by Ellen Buikema
More than half of human communication consists of body language, which we use to communicate feelings, thought, and ideas without speech. Body language impacts other people’s perception and conveys our emotions far more than we think it does. Physical descriptions of what our characters are doing allows us to show-not-tell what is happening to them internally. It is one of the simplest ways to give the reader a feel for characters’ depth of mood and attitude.
Can you communicate well with others if you sit on your hands? I tried to and discovered that I don’t express myself as well. I’m a hand-gesturer. Plus, with COVID-19 upon us, I’ve realized how often I touch my face!
I also move around a lot, especially if I’m nervous. The first time I taught a classroom full of adults, I paced the entire time. Thinking back, I wonder if I made anyone dizzy.
Here’s a quick exercise that will give you a feel for how many movements you actually make. It will help you determine the balance needed between dialogue and description in your writing.
Choose an activity you commonly do at home or at work. It can be as small a task as sitting in a chair, working on the laptop, or other computer keyboard. Here are a few possible questions to get you started.
Write out what you are physically doing, making a conscious effort to write all the steps you take. The first time I tried this I was shocked at how many little steps are involved in doing even simple tasks. Weave these descriptions into your manuscripts to help your characters come alive.
Make a list of the emotions your main characters exhibit along with the accompanying body language. Think about how your main characters move and react. How does your antagonist look when she is amused? What body language does your protagonist use when angered?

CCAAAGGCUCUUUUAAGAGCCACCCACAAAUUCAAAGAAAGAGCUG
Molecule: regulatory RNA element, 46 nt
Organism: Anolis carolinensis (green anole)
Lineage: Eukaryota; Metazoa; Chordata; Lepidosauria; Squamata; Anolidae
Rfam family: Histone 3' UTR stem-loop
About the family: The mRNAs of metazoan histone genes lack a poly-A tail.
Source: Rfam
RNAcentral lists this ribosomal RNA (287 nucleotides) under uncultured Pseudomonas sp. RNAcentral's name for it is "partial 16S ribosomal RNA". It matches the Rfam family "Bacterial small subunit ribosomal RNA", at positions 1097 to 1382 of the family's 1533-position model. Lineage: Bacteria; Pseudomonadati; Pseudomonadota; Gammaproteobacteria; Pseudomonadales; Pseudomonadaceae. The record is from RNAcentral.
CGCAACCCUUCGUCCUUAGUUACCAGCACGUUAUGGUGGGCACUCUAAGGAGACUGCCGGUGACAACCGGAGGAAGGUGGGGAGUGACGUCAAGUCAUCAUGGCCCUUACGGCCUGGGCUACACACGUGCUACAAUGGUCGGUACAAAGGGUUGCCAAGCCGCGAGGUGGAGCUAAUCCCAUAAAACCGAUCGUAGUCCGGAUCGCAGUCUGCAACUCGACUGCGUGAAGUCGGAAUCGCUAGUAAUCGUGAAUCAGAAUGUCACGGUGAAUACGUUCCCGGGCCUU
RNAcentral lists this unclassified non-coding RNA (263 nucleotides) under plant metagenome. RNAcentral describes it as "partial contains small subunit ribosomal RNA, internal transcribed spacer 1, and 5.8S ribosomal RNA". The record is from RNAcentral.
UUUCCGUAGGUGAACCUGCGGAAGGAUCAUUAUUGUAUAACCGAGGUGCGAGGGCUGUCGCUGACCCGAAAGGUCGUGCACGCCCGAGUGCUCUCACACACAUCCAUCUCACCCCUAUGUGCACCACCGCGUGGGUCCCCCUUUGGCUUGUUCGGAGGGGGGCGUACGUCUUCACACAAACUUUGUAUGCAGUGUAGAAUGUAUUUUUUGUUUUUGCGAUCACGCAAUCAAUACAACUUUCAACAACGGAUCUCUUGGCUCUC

Avoid repetitive gestures.
Repeating gestures can be annoying. Certainly, it feels forced. Not every character should clench their fists or waggle their eyebrows. One character can habitually use the same gesture now and then, but not everyone. (Although thinking about a town full of people waggling their eyebrows makes me chuckle.)
Use vivid action verbs.
Choosing the right verb helps express the emotion you want to convey. For example, there are many ways to walk and each alternative verb implies an emotion. We can:
Each of the three verbs is a form of walking, all with different nuances. Each paints a distinct picture.
For dialogue tags, said is never wrong. Unfortunately, I find myself using smile, laugh, and nod. My current Work In Progress had a whole lot of nodding going on. After someone brought this to my attention, I did a "nod search" on my Word document and was appalled by the many cheerful yellow highlights.
Wise words from my editor about empty words and gestures. (Those are pauses between lines of dialogue that don’t advance a scene or characterize.) She said, “If you point something out by putting it down on the page, it needs a reason to be there. Your job during your editing phase is to second guess every image you put down on the page and make sure it’s clearly what you mean.”
Too many descriptors make readers focus on the details instead of the feelings you want them to experience. Or worse, it gives readers a chance to trip on the details and get pulled out of the story. Meaningless details interrupt the flow.
As with all else in writing, put just enough body language in your prose to get your point across.
Do you struggle with writing effective body language? Do you have a gesture like nodding that you overuse? Share your body language tips and questions with us down in the comments!
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Author, speaker, and former teacher, Ellen L. Buikema has written non-fiction for parents and a series of chapter books for children with stories encouraging the development of empathy—sprinkling humor wherever possible. Her Work In Progress, The Hobo Code, is YA historical fiction.
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